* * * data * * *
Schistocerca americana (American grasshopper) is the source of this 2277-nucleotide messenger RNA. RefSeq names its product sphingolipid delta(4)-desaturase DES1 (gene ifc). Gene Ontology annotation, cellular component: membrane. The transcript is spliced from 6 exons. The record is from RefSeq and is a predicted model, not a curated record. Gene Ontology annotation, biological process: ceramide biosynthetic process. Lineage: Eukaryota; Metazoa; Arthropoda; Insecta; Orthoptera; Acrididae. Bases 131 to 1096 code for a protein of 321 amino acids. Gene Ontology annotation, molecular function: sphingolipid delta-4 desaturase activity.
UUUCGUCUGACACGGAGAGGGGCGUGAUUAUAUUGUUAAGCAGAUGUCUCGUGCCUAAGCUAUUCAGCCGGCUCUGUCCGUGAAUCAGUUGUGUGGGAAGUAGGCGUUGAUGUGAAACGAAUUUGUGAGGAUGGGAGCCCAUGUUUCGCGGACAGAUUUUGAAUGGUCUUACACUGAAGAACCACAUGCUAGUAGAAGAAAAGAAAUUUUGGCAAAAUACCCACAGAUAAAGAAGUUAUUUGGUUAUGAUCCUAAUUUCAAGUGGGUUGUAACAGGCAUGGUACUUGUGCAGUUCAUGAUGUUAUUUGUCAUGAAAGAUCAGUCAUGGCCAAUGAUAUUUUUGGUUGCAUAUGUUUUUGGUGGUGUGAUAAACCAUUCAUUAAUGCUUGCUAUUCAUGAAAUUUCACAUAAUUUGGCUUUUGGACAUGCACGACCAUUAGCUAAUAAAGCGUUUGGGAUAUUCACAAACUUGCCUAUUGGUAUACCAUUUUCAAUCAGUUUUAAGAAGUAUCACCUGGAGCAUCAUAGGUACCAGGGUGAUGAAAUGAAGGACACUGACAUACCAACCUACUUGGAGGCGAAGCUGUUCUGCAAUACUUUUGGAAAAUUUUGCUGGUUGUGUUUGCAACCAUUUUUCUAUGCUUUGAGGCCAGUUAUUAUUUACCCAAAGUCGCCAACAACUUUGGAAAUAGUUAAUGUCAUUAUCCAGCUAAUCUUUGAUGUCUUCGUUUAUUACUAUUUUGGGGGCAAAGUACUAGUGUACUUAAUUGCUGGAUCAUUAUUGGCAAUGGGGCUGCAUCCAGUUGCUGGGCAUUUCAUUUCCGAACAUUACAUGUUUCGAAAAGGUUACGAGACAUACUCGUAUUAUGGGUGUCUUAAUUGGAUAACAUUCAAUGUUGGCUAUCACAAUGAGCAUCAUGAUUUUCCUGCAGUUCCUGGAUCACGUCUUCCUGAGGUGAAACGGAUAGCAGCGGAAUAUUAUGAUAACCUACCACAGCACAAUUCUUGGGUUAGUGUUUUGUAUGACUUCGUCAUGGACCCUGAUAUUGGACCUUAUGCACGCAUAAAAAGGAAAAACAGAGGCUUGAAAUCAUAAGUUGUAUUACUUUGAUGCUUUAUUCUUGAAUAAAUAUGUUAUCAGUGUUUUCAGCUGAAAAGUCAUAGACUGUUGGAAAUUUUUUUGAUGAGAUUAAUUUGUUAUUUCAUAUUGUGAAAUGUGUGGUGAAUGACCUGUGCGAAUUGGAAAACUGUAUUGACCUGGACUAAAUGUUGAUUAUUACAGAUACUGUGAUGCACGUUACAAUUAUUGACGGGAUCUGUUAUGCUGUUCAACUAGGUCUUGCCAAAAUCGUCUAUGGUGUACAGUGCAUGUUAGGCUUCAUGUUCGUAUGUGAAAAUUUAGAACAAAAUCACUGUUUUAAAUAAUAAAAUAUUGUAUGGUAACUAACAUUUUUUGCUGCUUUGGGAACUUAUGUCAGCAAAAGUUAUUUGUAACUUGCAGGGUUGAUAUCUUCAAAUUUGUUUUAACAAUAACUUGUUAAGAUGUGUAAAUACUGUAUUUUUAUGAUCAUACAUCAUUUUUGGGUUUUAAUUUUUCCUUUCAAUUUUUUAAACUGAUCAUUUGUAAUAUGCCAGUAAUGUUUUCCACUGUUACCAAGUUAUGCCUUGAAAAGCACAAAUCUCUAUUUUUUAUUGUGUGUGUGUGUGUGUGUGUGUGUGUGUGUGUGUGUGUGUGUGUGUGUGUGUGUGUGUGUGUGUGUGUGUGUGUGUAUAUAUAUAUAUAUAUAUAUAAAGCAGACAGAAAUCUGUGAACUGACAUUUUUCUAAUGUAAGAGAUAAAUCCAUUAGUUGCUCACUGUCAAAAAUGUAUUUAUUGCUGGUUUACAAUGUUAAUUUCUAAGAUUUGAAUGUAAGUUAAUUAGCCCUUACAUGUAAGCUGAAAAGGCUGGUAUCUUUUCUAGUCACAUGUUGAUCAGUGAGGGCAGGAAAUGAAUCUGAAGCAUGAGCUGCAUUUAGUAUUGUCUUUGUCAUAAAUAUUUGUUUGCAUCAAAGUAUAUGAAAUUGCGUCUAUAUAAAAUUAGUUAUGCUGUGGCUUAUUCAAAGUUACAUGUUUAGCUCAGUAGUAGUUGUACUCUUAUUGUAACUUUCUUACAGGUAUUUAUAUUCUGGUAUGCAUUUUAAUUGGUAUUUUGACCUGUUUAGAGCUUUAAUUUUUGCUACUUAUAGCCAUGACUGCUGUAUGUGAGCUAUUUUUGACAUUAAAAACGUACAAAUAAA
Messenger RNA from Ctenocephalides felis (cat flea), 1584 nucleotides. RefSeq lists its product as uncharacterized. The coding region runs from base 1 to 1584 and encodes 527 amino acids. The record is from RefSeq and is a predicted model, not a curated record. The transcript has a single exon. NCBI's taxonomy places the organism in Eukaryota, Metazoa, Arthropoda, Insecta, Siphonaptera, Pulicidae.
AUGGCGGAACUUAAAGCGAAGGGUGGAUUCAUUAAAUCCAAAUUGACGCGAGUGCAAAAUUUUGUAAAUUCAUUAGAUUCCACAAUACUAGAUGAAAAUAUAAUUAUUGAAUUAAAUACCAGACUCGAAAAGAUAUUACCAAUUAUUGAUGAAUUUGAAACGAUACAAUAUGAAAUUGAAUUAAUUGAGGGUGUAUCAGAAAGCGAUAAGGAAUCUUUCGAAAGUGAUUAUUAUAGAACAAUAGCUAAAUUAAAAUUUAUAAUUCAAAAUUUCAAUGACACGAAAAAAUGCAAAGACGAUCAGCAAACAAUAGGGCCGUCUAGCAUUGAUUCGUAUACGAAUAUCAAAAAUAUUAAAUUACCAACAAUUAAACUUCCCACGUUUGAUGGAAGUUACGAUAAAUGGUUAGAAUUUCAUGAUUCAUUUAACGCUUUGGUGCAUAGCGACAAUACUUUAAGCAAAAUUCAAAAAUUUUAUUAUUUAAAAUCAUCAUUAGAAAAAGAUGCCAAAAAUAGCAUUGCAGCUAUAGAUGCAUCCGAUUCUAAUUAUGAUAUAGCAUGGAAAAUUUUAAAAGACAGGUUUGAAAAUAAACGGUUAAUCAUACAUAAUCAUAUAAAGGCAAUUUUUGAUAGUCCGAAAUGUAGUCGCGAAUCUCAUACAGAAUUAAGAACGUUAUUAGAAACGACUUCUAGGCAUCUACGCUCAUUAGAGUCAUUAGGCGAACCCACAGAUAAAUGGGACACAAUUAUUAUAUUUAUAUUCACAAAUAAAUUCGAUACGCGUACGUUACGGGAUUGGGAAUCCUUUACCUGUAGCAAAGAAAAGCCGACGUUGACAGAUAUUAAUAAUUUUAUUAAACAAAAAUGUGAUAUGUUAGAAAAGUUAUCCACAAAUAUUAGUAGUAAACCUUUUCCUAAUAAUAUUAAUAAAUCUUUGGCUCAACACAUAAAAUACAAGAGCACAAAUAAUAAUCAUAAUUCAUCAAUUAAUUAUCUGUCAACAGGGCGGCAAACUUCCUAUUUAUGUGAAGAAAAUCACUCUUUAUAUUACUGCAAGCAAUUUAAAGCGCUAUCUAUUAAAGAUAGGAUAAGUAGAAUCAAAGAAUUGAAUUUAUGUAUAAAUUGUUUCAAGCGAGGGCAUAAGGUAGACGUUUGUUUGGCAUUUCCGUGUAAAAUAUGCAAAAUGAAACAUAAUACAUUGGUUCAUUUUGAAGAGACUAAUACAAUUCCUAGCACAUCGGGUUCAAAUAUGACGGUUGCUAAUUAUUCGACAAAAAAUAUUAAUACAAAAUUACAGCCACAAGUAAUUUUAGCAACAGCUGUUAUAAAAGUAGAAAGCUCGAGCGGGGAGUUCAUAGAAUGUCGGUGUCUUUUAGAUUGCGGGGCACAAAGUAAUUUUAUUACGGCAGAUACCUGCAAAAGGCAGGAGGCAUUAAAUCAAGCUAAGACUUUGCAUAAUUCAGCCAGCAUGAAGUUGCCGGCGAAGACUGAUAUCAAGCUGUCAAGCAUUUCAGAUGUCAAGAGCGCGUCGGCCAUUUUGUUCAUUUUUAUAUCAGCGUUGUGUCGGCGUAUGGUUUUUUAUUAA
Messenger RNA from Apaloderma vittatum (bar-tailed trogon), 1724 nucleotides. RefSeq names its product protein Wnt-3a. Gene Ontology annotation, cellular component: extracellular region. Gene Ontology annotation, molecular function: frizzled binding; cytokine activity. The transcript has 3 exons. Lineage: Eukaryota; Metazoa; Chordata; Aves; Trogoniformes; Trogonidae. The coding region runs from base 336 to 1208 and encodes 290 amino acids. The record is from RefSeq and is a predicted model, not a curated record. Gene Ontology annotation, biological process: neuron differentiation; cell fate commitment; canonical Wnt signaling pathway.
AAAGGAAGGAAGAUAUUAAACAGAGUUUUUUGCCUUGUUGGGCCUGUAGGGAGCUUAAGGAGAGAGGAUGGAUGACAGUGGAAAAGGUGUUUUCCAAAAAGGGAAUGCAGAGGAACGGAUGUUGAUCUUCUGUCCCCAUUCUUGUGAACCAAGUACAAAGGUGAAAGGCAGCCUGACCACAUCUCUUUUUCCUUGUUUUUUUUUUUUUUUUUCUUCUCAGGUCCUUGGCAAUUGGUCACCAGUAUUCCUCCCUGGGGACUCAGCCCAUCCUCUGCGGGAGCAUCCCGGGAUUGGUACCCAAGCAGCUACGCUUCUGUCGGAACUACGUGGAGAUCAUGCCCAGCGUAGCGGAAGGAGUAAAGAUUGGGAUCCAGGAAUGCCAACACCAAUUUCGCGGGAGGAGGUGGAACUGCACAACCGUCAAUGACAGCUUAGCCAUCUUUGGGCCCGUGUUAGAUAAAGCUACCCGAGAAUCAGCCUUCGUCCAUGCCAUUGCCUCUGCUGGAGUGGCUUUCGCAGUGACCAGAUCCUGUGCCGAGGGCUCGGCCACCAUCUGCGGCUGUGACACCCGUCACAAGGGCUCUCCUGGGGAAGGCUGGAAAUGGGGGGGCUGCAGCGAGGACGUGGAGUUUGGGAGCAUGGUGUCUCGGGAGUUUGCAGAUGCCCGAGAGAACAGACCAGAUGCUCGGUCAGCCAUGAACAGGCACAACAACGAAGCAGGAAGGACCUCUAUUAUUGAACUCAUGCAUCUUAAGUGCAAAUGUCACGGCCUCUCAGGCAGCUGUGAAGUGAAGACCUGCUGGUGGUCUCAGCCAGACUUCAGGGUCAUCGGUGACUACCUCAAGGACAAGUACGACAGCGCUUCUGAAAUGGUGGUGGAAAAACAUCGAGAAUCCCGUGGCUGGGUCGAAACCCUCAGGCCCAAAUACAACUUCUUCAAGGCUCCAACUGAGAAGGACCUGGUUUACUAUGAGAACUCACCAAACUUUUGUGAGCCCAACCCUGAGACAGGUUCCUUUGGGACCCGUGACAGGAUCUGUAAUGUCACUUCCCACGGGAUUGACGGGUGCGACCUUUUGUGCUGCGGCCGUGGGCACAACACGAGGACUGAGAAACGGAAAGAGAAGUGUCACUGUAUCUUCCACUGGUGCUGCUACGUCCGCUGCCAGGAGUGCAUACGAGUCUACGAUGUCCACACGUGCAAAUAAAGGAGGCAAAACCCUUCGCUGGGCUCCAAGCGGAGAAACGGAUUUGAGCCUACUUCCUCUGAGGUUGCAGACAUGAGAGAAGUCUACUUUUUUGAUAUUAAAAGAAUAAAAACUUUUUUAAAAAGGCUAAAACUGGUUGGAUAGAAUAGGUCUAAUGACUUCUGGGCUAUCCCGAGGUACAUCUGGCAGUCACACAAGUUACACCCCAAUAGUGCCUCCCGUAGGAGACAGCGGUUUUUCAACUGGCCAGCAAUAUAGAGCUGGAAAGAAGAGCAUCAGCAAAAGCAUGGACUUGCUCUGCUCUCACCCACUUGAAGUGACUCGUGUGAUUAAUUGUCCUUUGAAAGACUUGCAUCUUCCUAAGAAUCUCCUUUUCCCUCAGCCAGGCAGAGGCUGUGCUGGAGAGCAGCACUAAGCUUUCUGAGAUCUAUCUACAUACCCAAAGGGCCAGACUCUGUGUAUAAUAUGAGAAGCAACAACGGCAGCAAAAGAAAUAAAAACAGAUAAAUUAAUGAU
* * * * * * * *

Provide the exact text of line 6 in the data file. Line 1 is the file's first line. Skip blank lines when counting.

AAAGGAAGGAAGAUAUUAAACAGAGUUUUUUGCCUUGUUGGGCCUGUAGGGAGCUUAAGGAGAGAGGAUGGAUGACAGUGGAAAAGGUGUUUUCCAAAAAGGGAAUGCAGAGGAACGGAUGUUGAUCUUCUGUCCCCAUUCUUGUGAACCAAGUACAAAGGUGAAAGGCAGCCUGACCACAUCUCUUUUUCCUUGUUUUUUUUUUUUUUUUUCUUCUCAGGUCCUUGGCAAUUGGUCACCAGUAUUCCUCCCUGGGGACUCAGCCCAUCCUCUGCGGGAGCAUCCCGGGAUUGGUACCCAAGCAGCUACGCUUCUGUCGGAACUACGUGGAGAUCAUGCCCAGCGUAGCGGAAGGAGUAAAGAUUGGGAUCCAGGAAUGCCAACACCAAUUUCGCGGGAGGAGGUGGAACUGCACAACCGUCAAUGACAGCUUAGCCAUCUUUGGGCCCGUGUUAGAUAAAGCUACCCGAGAAUCAGCCUUCGUCCAUGCCAUUGCCUCUGCUGGAGUGGCUUUCGCAGUGACCAGAUCCUGUGCCGAGGGCUCGGCCACCAUCUGCGGCUGUGACACCCGUCACAAGGGCUCUCCUGGGGAAGGCUGGAAAUGGGGGGGCUGCAGCGAGGACGUGGAGUUUGGGAGCAUGGUGUCUCGGGAGUUUGCAGAUGCCCGAGAGAACAGACCAGAUGCUCGGUCAGCCAUGAACAGGCACAACAACGAAGCAGGAAGGACCUCUAUUAUUGAACUCAUGCAUCUUAAGUGCAAAUGUCACGGCCUCUCAGGCAGCUGUGAAGUGAAGACCUGCUGGUGGUCUCAGCCAGACUUCAGGGUCAUCGGUGACUACCUCAAGGACAAGUACGACAGCGCUUCUGAAAUGGUGGUGGAAAAACAUCGAGAAUCCCGUGGCUGGGUCGAAACCCUCAGGCCCAAAUACAACUUCUUCAAGGCUCCAACUGAGAAGGACCUGGUUUACUAUGAGAACUCACCAAACUUUUGUGAGCCCAACCCUGAGACAGGUUCCUUUGGGACCCGUGACAGGAUCUGUAAUGUCACUUCCCACGGGAUUGACGGGUGCGACCUUUUGUGCUGCGGCCGUGGGCACAACACGAGGACUGAGAAACGGAAAGAGAAGUGUCACUGUAUCUUCCACUGGUGCUGCUACGUCCGCUGCCAGGAGUGCAUACGAGUCUACGAUGUCCACACGUGCAAAUAAAGGAGGCAAAACCCUUCGCUGGGCUCCAAGCGGAGAAACGGAUUUGAGCCUACUUCCUCUGAGGUUGCAGACAUGAGAGAAGUCUACUUUUUUGAUAUUAAAAGAAUAAAAACUUUUUUAAAAAGGCUAAAACUGGUUGGAUAGAAUAGGUCUAAUGACUUCUGGGCUAUCCCGAGGUACAUCUGGCAGUCACACAAGUUACACCCCAAUAGUGCCUCCCGUAGGAGACAGCGGUUUUUCAACUGGCCAGCAAUAUAGAGCUGGAAAGAAGAGCAUCAGCAAAAGCAUGGACUUGCUCUGCUCUCACCCACUUGAAGUGACUCGUGUGAUUAAUUGUCCUUUGAAAGACUUGCAUCUUCCUAAGAAUCUCCUUUUCCCUCAGCCAGGCAGAGGCUGUGCUGGAGAGCAGCACUAAGCUUUCUGAGAUCUAUCUACAUACCCAAAGGGCCAGACUCUGUGUAUAAUAUGAGAAGCAACAACGGCAGCAAAAGAAAUAAAAACAGAUAAAUUAAUGAU